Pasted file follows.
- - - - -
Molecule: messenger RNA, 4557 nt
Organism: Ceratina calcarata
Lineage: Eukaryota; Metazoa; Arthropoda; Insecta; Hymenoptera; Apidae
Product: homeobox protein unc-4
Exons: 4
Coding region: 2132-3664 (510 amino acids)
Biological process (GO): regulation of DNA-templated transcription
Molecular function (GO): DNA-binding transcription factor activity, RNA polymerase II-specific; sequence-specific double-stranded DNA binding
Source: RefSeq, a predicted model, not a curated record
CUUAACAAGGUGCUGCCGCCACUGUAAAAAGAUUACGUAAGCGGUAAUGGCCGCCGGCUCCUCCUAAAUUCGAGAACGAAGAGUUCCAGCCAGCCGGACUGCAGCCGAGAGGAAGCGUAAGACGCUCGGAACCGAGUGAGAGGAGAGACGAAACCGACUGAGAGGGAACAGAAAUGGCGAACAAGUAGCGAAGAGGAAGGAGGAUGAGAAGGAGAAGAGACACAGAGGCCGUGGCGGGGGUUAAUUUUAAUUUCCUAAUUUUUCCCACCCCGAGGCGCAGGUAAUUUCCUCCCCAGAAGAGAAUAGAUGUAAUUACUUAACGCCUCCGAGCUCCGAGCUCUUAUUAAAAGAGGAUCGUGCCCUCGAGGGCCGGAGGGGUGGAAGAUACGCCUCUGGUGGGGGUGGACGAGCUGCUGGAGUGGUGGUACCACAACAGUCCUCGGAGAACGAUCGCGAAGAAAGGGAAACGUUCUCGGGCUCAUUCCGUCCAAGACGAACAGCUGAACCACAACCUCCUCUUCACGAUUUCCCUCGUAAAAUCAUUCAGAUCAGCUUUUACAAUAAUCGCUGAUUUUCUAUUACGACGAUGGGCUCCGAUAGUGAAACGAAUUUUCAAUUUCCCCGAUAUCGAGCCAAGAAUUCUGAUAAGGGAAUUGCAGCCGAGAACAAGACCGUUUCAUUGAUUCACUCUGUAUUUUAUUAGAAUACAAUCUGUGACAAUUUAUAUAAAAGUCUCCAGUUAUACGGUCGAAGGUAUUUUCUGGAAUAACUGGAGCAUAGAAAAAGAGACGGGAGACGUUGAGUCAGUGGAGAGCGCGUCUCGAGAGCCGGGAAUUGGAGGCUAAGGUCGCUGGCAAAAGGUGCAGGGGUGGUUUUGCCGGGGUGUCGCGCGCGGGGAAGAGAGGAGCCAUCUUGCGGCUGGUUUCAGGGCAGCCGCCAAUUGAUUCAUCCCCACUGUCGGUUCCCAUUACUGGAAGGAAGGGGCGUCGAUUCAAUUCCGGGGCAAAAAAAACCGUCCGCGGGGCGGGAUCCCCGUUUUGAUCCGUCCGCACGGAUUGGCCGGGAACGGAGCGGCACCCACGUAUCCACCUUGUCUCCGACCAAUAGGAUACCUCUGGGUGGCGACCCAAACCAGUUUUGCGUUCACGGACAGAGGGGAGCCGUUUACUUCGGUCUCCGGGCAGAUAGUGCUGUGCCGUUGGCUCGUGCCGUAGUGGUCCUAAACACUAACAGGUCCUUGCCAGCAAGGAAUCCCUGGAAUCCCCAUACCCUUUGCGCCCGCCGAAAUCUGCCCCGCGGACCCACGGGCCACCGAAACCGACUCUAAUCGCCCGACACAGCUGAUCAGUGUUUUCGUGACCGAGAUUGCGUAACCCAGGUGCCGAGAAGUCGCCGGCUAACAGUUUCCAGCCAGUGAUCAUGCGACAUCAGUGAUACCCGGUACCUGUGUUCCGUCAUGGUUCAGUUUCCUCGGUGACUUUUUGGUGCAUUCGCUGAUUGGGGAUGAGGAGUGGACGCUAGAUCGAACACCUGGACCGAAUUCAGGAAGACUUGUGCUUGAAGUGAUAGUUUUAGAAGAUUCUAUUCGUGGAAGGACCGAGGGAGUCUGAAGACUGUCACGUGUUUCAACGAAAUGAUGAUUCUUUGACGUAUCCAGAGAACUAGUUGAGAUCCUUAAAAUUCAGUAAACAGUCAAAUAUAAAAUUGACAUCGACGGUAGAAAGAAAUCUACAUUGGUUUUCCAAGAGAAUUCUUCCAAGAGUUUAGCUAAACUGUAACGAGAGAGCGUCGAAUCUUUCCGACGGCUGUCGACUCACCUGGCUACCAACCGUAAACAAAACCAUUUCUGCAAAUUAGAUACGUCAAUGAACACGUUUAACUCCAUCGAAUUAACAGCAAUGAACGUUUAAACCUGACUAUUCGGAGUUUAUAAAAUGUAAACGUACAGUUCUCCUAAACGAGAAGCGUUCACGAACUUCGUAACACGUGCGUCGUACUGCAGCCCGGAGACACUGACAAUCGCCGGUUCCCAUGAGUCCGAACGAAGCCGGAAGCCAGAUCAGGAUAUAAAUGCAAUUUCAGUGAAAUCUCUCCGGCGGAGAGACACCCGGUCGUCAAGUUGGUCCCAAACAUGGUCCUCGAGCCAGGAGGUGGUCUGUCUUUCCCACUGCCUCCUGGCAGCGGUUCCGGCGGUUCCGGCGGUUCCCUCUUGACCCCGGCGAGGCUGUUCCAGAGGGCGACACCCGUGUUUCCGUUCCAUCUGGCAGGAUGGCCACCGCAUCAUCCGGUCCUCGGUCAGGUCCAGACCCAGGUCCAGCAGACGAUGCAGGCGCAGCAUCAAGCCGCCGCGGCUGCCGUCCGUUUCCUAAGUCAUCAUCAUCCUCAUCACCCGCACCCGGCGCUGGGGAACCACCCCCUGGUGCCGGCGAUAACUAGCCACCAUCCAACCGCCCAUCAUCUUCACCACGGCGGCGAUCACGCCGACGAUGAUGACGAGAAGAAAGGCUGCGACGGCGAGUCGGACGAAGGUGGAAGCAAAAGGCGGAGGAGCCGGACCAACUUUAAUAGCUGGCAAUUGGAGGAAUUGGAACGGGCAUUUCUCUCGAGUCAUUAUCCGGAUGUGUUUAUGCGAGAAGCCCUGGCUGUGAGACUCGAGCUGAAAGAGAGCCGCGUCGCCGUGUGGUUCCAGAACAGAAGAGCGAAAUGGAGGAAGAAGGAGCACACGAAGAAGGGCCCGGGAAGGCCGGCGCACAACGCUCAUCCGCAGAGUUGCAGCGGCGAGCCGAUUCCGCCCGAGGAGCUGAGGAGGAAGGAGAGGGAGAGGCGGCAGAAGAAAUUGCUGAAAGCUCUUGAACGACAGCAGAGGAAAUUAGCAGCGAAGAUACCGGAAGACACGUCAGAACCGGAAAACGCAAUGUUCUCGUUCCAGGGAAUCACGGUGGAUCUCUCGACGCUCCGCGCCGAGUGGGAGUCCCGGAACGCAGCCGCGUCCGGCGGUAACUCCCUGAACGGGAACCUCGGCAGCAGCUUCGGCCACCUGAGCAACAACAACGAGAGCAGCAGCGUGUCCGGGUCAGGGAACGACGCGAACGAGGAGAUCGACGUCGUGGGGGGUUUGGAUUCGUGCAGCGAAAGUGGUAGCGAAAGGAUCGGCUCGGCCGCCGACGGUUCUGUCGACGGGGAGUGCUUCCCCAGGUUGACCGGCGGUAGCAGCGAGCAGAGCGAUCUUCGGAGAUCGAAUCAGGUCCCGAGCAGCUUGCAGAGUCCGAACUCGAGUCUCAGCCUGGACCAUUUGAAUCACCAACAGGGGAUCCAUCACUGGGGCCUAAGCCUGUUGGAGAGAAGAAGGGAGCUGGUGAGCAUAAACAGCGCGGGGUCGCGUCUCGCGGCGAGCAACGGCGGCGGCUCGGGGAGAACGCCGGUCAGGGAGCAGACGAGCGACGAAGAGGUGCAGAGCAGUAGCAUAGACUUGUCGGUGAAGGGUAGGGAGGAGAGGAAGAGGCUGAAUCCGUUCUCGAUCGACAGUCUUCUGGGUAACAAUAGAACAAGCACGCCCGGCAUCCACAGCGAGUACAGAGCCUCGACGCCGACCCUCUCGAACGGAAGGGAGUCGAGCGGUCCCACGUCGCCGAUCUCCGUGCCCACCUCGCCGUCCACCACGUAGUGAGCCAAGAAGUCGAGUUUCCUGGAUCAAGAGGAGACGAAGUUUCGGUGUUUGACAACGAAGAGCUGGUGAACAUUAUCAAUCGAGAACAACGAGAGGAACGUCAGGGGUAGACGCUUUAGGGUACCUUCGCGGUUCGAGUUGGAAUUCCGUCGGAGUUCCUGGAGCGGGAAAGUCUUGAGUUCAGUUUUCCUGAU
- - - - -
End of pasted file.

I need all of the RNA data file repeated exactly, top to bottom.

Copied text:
Molecule: messenger RNA, 4557 nt
Organism: Ceratina calcarata
Lineage: Eukaryota; Metazoa; Arthropoda; Insecta; Hymenoptera; Apidae
Product: homeobox protein unc-4
Exons: 4
Coding region: 2132-3664 (510 amino acids)
Biological process (GO): regulation of DNA-templated transcription
Molecular function (GO): DNA-binding transcription factor activity, RNA polymerase II-specific; sequence-specific double-stranded DNA binding
Source: RefSeq, a predicted model, not a curated record
CUUAACAAGGUGCUGCCGCCACUGUAAAAAGAUUACGUAAGCGGUAAUGGCCGCCGGCUCCUCCUAAAUUCGAGAACGAAGAGUUCCAGCCAGCCGGACUGCAGCCGAGAGGAAGCGUAAGACGCUCGGAACCGAGUGAGAGGAGAGACGAAACCGACUGAGAGGGAACAGAAAUGGCGAACAAGUAGCGAAGAGGAAGGAGGAUGAGAAGGAGAAGAGACACAGAGGCCGUGGCGGGGGUUAAUUUUAAUUUCCUAAUUUUUCCCACCCCGAGGCGCAGGUAAUUUCCUCCCCAGAAGAGAAUAGAUGUAAUUACUUAACGCCUCCGAGCUCCGAGCUCUUAUUAAAAGAGGAUCGUGCCCUCGAGGGCCGGAGGGGUGGAAGAUACGCCUCUGGUGGGGGUGGACGAGCUGCUGGAGUGGUGGUACCACAACAGUCCUCGGAGAACGAUCGCGAAGAAAGGGAAACGUUCUCGGGCUCAUUCCGUCCAAGACGAACAGCUGAACCACAACCUCCUCUUCACGAUUUCCCUCGUAAAAUCAUUCAGAUCAGCUUUUACAAUAAUCGCUGAUUUUCUAUUACGACGAUGGGCUCCGAUAGUGAAACGAAUUUUCAAUUUCCCCGAUAUCGAGCCAAGAAUUCUGAUAAGGGAAUUGCAGCCGAGAACAAGACCGUUUCAUUGAUUCACUCUGUAUUUUAUUAGAAUACAAUCUGUGACAAUUUAUAUAAAAGUCUCCAGUUAUACGGUCGAAGGUAUUUUCUGGAAUAACUGGAGCAUAGAAAAAGAGACGGGAGACGUUGAGUCAGUGGAGAGCGCGUCUCGAGAGCCGGGAAUUGGAGGCUAAGGUCGCUGGCAAAAGGUGCAGGGGUGGUUUUGCCGGGGUGUCGCGCGCGGGGAAGAGAGGAGCCAUCUUGCGGCUGGUUUCAGGGCAGCCGCCAAUUGAUUCAUCCCCACUGUCGGUUCCCAUUACUGGAAGGAAGGGGCGUCGAUUCAAUUCCGGGGCAAAAAAAACCGUCCGCGGGGCGGGAUCCCCGUUUUGAUCCGUCCGCACGGAUUGGCCGGGAACGGAGCGGCACCCACGUAUCCACCUUGUCUCCGACCAAUAGGAUACCUCUGGGUGGCGACCCAAACCAGUUUUGCGUUCACGGACAGAGGGGAGCCGUUUACUUCGGUCUCCGGGCAGAUAGUGCUGUGCCGUUGGCUCGUGCCGUAGUGGUCCUAAACACUAACAGGUCCUUGCCAGCAAGGAAUCCCUGGAAUCCCCAUACCCUUUGCGCCCGCCGAAAUCUGCCCCGCGGACCCACGGGCCACCGAAACCGACUCUAAUCGCCCGACACAGCUGAUCAGUGUUUUCGUGACCGAGAUUGCGUAACCCAGGUGCCGAGAAGUCGCCGGCUAACAGUUUCCAGCCAGUGAUCAUGCGACAUCAGUGAUACCCGGUACCUGUGUUCCGUCAUGGUUCAGUUUCCUCGGUGACUUUUUGGUGCAUUCGCUGAUUGGGGAUGAGGAGUGGACGCUAGAUCGAACACCUGGACCGAAUUCAGGAAGACUUGUGCUUGAAGUGAUAGUUUUAGAAGAUUCUAUUCGUGGAAGGACCGAGGGAGUCUGAAGACUGUCACGUGUUUCAACGAAAUGAUGAUUCUUUGACGUAUCCAGAGAACUAGUUGAGAUCCUUAAAAUUCAGUAAACAGUCAAAUAUAAAAUUGACAUCGACGGUAGAAAGAAAUCUACAUUGGUUUUCCAAGAGAAUUCUUCCAAGAGUUUAGCUAAACUGUAACGAGAGAGCGUCGAAUCUUUCCGACGGCUGUCGACUCACCUGGCUACCAACCGUAAACAAAACCAUUUCUGCAAAUUAGAUACGUCAAUGAACACGUUUAACUCCAUCGAAUUAACAGCAAUGAACGUUUAAACCUGACUAUUCGGAGUUUAUAAAAUGUAAACGUACAGUUCUCCUAAACGAGAAGCGUUCACGAACUUCGUAACACGUGCGUCGUACUGCAGCCCGGAGACACUGACAAUCGCCGGUUCCCAUGAGUCCGAACGAAGCCGGAAGCCAGAUCAGGAUAUAAAUGCAAUUUCAGUGAAAUCUCUCCGGCGGAGAGACACCCGGUCGUCAAGUUGGUCCCAAACAUGGUCCUCGAGCCAGGAGGUGGUCUGUCUUUCCCACUGCCUCCUGGCAGCGGUUCCGGCGGUUCCGGCGGUUCCCUCUUGACCCCGGCGAGGCUGUUCCAGAGGGCGACACCCGUGUUUCCGUUCCAUCUGGCAGGAUGGCCACCGCAUCAUCCGGUCCUCGGUCAGGUCCAGACCCAGGUCCAGCAGACGAUGCAGGCGCAGCAUCAAGCCGCCGCGGCUGCCGUCCGUUUCCUAAGUCAUCAUCAUCCUCAUCACCCGCACCCGGCGCUGGGGAACCACCCCCUGGUGCCGGCGAUAACUAGCCACCAUCCAACCGCCCAUCAUCUUCACCACGGCGGCGAUCACGCCGACGAUGAUGACGAGAAGAAAGGCUGCGACGGCGAGUCGGACGAAGGUGGAAGCAAAAGGCGGAGGAGCCGGACCAACUUUAAUAGCUGGCAAUUGGAGGAAUUGGAACGGGCAUUUCUCUCGAGUCAUUAUCCGGAUGUGUUUAUGCGAGAAGCCCUGGCUGUGAGACUCGAGCUGAAAGAGAGCCGCGUCGCCGUGUGGUUCCAGAACAGAAGAGCGAAAUGGAGGAAGAAGGAGCACACGAAGAAGGGCCCGGGAAGGCCGGCGCACAACGCUCAUCCGCAGAGUUGCAGCGGCGAGCCGAUUCCGCCCGAGGAGCUGAGGAGGAAGGAGAGGGAGAGGCGGCAGAAGAAAUUGCUGAAAGCUCUUGAACGACAGCAGAGGAAAUUAGCAGCGAAGAUACCGGAAGACACGUCAGAACCGGAAAACGCAAUGUUCUCGUUCCAGGGAAUCACGGUGGAUCUCUCGACGCUCCGCGCCGAGUGGGAGUCCCGGAACGCAGCCGCGUCCGGCGGUAACUCCCUGAACGGGAACCUCGGCAGCAGCUUCGGCCACCUGAGCAACAACAACGAGAGCAGCAGCGUGUCCGGGUCAGGGAACGACGCGAACGAGGAGAUCGACGUCGUGGGGGGUUUGGAUUCGUGCAGCGAAAGUGGUAGCGAAAGGAUCGGCUCGGCCGCCGACGGUUCUGUCGACGGGGAGUGCUUCCCCAGGUUGACCGGCGGUAGCAGCGAGCAGAGCGAUCUUCGGAGAUCGAAUCAGGUCCCGAGCAGCUUGCAGAGUCCGAACUCGAGUCUCAGCCUGGACCAUUUGAAUCACCAACAGGGGAUCCAUCACUGGGGCCUAAGCCUGUUGGAGAGAAGAAGGGAGCUGGUGAGCAUAAACAGCGCGGGGUCGCGUCUCGCGGCGAGCAACGGCGGCGGCUCGGGGAGAACGCCGGUCAGGGAGCAGACGAGCGACGAAGAGGUGCAGAGCAGUAGCAUAGACUUGUCGGUGAAGGGUAGGGAGGAGAGGAAGAGGCUGAAUCCGUUCUCGAUCGACAGUCUUCUGGGUAACAAUAGAACAAGCACGCCCGGCAUCCACAGCGAGUACAGAGCCUCGACGCCGACCCUCUCGAACGGAAGGGAGUCGAGCGGUCCCACGUCGCCGAUCUCCGUGCCCACCUCGCCGUCCACCACGUAGUGAGCCAAGAAGUCGAGUUUCCUGGAUCAAGAGGAGACGAAGUUUCGGUGUUUGACAACGAAGAGCUGGUGAACAUUAUCAAUCGAGAACAACGAGAGGAACGUCAGGGGUAGACGCUUUAGGGUACCUUCGCGGUUCGAGUUGGAAUUCCGUCGGAGUUCCUGGAGCGGGAAAGUCUUGAGUUCAGUUUUCCUGAU